Follow the Pet (Dog) Etiquette rules when Entertaining, so everyone has a good time when dining together–both the guests and the dog!

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When you host a dinner party, there are so many etiquette rules and ideas that you are expected to follow, right?

We all love our pets, but, sadly, this doesn’t mean your friends and guests will, too.  We’re always trying to make sure our pet behaves, and that everyone has a good time (both the dog and the guests).

Pet (Dog) Etiquette when Entertaining

Yes, we had a dog, Haggis Barley McStitch, a Cairn Terrier who we were so in love with. Because we have Alder now, and we entertain a lot, we already know our little dogs have never been angels!

In the past, when guests would come, we’d corral Haggis out in Paul’s office (separate from our house). He’s not good with kids. He was, until one kid ruined that for him when he was a puppy (we know exactly what happened), and now it’s impossible for other kids to be able to love on him.

Once he grew up, we’d let him stay inside to see if he could behave himself when we had company over. Behaving himself, for Haggis, meant to contain his excitement, and not jump up on the guests when they walked through the door.

Talk about hospitality! Our dog LOVED to greet people at the door! :)

We didn’t want our guests to be annoyed, but on the other hand, he was a part of our family.

alder the whoodle

How to know if you should put the dog out:

  1. Evaluate your guests’ body language: Are they pet lovers? Do they seem to like your dog or animal?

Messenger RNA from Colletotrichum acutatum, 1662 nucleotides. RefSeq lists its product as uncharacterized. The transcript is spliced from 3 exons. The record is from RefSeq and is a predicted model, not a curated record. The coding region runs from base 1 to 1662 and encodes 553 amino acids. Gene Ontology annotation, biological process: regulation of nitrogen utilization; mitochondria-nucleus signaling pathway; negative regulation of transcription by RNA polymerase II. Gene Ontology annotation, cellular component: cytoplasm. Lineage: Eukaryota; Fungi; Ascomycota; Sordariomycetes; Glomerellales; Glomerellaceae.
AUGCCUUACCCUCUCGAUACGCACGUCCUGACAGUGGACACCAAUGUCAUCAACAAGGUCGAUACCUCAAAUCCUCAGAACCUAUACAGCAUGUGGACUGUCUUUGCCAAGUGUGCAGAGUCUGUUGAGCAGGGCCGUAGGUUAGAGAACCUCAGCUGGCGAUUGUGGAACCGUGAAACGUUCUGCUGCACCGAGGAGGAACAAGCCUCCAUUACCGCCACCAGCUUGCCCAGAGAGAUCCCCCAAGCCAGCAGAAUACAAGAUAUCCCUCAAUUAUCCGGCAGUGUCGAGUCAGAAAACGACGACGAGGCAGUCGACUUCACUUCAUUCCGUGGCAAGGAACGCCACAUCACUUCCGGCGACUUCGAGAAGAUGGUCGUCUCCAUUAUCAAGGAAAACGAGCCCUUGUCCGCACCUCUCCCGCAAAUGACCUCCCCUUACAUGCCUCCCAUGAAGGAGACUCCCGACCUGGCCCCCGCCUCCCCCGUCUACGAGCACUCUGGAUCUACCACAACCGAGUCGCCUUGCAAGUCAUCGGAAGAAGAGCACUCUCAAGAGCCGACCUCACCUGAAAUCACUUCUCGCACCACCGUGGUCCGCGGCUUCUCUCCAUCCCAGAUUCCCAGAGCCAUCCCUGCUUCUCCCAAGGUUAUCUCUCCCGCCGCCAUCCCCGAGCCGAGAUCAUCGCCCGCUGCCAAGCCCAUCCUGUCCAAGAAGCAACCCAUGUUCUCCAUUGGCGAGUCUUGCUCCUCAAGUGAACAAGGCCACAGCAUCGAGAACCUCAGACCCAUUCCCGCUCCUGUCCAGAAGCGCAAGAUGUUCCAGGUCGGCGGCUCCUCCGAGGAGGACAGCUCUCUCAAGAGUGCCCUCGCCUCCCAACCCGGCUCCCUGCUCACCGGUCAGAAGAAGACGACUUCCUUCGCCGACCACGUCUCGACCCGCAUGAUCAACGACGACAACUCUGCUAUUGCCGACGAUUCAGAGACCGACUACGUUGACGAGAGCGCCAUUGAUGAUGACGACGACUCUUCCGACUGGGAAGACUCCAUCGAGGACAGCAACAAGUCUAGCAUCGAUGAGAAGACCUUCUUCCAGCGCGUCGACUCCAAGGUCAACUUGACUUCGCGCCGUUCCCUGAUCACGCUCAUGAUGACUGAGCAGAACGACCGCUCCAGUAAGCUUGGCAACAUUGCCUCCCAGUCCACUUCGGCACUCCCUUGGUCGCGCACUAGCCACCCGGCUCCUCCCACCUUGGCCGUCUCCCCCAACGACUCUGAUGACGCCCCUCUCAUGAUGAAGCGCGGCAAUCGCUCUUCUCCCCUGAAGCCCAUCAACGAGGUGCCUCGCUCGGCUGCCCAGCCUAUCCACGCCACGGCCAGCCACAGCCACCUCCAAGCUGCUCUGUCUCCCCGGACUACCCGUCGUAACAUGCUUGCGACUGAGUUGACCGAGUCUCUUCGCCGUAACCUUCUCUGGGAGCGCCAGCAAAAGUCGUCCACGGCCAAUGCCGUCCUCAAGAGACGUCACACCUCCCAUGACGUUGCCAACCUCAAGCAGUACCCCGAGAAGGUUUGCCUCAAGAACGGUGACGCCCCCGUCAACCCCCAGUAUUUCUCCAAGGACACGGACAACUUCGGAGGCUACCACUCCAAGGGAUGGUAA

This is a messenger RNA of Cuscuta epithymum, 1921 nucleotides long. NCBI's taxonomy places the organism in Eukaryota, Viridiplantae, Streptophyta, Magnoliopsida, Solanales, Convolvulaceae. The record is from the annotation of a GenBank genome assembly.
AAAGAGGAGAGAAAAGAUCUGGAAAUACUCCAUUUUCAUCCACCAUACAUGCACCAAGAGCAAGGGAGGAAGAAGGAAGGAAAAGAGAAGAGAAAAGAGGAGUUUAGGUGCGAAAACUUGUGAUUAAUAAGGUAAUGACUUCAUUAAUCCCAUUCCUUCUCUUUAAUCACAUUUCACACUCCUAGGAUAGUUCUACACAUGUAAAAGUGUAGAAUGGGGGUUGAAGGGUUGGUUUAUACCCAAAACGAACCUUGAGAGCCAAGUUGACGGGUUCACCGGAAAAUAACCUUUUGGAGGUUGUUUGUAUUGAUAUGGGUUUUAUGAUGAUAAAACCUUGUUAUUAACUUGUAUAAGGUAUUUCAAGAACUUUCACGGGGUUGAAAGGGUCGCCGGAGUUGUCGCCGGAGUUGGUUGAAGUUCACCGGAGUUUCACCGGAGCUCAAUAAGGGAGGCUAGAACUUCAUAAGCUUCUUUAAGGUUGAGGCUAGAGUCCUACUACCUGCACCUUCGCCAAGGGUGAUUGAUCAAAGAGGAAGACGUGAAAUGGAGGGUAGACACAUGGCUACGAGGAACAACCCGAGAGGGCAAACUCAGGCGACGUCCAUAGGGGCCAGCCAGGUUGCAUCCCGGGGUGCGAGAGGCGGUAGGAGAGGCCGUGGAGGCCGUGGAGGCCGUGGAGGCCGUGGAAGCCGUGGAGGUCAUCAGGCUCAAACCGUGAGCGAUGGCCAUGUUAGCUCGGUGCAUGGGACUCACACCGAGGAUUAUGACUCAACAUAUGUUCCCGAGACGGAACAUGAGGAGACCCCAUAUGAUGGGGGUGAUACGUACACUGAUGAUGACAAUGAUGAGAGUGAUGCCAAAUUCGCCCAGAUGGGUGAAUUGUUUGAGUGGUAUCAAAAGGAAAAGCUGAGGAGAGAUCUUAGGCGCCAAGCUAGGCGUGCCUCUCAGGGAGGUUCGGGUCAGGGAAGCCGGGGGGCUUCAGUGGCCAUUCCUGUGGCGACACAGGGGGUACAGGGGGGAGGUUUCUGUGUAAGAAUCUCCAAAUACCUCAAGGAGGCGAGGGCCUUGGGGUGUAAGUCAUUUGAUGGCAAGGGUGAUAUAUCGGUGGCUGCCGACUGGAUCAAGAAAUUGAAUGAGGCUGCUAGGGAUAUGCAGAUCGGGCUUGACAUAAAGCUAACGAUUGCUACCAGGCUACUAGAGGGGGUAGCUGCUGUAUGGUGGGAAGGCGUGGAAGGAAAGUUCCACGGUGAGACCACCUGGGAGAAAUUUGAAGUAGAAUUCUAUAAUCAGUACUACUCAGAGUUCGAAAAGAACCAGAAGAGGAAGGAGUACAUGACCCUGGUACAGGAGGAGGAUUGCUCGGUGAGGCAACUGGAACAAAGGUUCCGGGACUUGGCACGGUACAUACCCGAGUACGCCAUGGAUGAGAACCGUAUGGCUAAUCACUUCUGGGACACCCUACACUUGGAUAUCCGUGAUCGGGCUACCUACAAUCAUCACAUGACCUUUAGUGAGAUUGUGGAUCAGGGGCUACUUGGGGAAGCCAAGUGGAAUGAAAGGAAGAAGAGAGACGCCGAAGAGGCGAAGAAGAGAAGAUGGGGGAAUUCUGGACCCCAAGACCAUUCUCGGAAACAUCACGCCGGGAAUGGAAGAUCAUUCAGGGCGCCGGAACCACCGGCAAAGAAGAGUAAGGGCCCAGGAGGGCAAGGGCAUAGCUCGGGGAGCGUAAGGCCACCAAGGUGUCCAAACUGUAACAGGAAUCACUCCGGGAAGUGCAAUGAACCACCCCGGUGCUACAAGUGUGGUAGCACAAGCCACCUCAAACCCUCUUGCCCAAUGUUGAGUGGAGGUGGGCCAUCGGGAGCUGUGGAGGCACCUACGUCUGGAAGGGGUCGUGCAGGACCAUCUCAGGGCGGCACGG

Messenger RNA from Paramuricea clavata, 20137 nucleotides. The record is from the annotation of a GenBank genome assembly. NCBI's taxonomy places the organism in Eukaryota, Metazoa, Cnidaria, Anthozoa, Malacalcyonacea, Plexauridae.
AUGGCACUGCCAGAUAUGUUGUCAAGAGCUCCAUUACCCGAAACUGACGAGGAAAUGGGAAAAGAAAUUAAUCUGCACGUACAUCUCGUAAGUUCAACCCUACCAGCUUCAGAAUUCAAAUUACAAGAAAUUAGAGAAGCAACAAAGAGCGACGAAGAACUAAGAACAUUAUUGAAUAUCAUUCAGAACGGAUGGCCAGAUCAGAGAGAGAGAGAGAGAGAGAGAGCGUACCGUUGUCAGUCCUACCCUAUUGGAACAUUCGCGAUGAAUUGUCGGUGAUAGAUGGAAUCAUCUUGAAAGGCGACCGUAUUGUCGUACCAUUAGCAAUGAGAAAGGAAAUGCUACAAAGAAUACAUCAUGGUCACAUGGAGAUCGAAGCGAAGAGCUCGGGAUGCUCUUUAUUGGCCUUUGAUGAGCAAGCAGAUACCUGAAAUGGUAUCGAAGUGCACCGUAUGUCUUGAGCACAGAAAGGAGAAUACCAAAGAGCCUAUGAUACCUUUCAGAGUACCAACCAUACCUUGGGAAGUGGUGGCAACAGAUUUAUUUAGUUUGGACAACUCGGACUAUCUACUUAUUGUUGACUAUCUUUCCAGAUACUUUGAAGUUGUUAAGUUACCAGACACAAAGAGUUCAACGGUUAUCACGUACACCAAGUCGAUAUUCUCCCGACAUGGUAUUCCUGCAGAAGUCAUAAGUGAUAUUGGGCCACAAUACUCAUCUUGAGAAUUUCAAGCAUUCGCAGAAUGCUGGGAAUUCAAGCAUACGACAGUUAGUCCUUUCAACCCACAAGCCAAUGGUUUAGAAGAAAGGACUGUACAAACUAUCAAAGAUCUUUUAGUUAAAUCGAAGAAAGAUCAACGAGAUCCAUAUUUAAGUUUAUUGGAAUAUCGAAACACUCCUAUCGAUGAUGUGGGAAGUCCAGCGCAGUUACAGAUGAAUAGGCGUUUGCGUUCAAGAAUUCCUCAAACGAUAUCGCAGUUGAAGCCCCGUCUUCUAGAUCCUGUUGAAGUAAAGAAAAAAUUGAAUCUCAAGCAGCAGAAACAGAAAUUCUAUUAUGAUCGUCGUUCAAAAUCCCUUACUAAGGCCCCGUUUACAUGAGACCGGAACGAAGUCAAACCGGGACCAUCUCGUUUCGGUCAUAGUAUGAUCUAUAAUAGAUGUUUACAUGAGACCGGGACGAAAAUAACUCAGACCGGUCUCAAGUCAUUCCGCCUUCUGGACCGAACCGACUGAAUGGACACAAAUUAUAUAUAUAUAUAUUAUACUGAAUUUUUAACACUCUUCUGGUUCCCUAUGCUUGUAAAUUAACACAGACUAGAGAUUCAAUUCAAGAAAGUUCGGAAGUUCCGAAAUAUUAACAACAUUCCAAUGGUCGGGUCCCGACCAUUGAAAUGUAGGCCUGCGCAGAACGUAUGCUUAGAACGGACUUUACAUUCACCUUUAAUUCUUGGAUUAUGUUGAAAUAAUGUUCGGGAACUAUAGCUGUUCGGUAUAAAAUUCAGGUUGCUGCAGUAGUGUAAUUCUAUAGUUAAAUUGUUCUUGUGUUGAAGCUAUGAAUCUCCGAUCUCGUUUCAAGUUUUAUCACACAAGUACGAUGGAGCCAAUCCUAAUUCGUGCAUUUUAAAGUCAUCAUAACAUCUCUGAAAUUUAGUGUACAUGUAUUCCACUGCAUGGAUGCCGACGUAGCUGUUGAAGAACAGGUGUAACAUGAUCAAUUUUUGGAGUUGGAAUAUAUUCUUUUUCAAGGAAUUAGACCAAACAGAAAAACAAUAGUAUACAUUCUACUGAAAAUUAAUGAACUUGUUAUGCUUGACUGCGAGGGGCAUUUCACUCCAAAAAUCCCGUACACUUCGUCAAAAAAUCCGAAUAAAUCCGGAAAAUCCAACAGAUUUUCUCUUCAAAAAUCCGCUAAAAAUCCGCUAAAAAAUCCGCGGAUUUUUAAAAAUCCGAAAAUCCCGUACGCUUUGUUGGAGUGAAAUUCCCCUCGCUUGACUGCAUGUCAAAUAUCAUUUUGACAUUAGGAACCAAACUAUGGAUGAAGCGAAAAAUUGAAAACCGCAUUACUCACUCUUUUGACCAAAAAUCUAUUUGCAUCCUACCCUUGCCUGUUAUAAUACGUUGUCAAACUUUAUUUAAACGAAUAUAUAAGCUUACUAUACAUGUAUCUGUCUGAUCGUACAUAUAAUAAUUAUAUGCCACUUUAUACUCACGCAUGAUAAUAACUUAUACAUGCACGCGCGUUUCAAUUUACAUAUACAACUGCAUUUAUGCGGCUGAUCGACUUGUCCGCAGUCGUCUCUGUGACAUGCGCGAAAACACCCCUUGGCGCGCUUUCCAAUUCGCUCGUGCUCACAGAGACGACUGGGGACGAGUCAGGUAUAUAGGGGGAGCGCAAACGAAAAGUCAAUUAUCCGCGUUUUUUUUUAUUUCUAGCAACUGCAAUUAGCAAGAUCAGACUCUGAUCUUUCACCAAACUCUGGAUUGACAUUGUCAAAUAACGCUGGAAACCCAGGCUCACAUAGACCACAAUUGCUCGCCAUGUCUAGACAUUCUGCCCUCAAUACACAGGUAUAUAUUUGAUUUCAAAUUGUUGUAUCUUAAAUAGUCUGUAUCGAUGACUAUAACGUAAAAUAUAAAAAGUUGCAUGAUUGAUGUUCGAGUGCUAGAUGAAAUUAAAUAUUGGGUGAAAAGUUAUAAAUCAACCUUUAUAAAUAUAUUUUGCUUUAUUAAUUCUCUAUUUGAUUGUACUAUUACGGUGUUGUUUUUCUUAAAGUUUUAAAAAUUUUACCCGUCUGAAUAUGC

2. If the dog can’t stop jumping up: Especially when excited, usually when greeting the guests, who are often bearing gifts of delicious platters of foods in their hands!
  3. If the barking is out of control: Our dog is a protector, so one thing can set him off (which can be scary or alarming when you’re not expecting it).
  4. Beggars at the table: If the dog can’t leave your guests alone, chin in laps or annoying, slobbery behaviors.
  5. Stealing food: If you’re entertaining casually with food at easy reach, watch out.
  6. If your dog is super-protective and nips at people he/she perceives to be a threat to you (even when they’re good friends).

We have friends who keep their dogs in the laundry room or garage, or crate them. Usually these are larger dogs who can literally make you fall over if you run into them.

Alder the Whoodle

Now with Alder the Whoodle, many times we’ll let him calm down, and he does pretty well. If it’s warm out, we put him in the Sprinter van (with water, his ball), because he loves to sit in the drivers seat, no matter what, and just watch. He’s happy there.

We’re still in the process of teaching Alder now to be a gracious guest. We’ve yet to break his initial excitement when people come through the door. He usually settles right down, but if not … out to the van he goes.

We know he’s not perfect, and we’re always thankful when our guests are gracious in return, as we are when we go to friends’ homes with pets!

Here’s the question today:

Do you keep your animals in the house when you entertain? Or, do you do as we do, and watch the “body languages” of your guests?

Dog recipes to try:

Apple Carrot Dog Treats

Charcuterie Boards for Dogs

Peanut Butter Dog Biscuits

Pet (Dog) Etiquette when Entertaining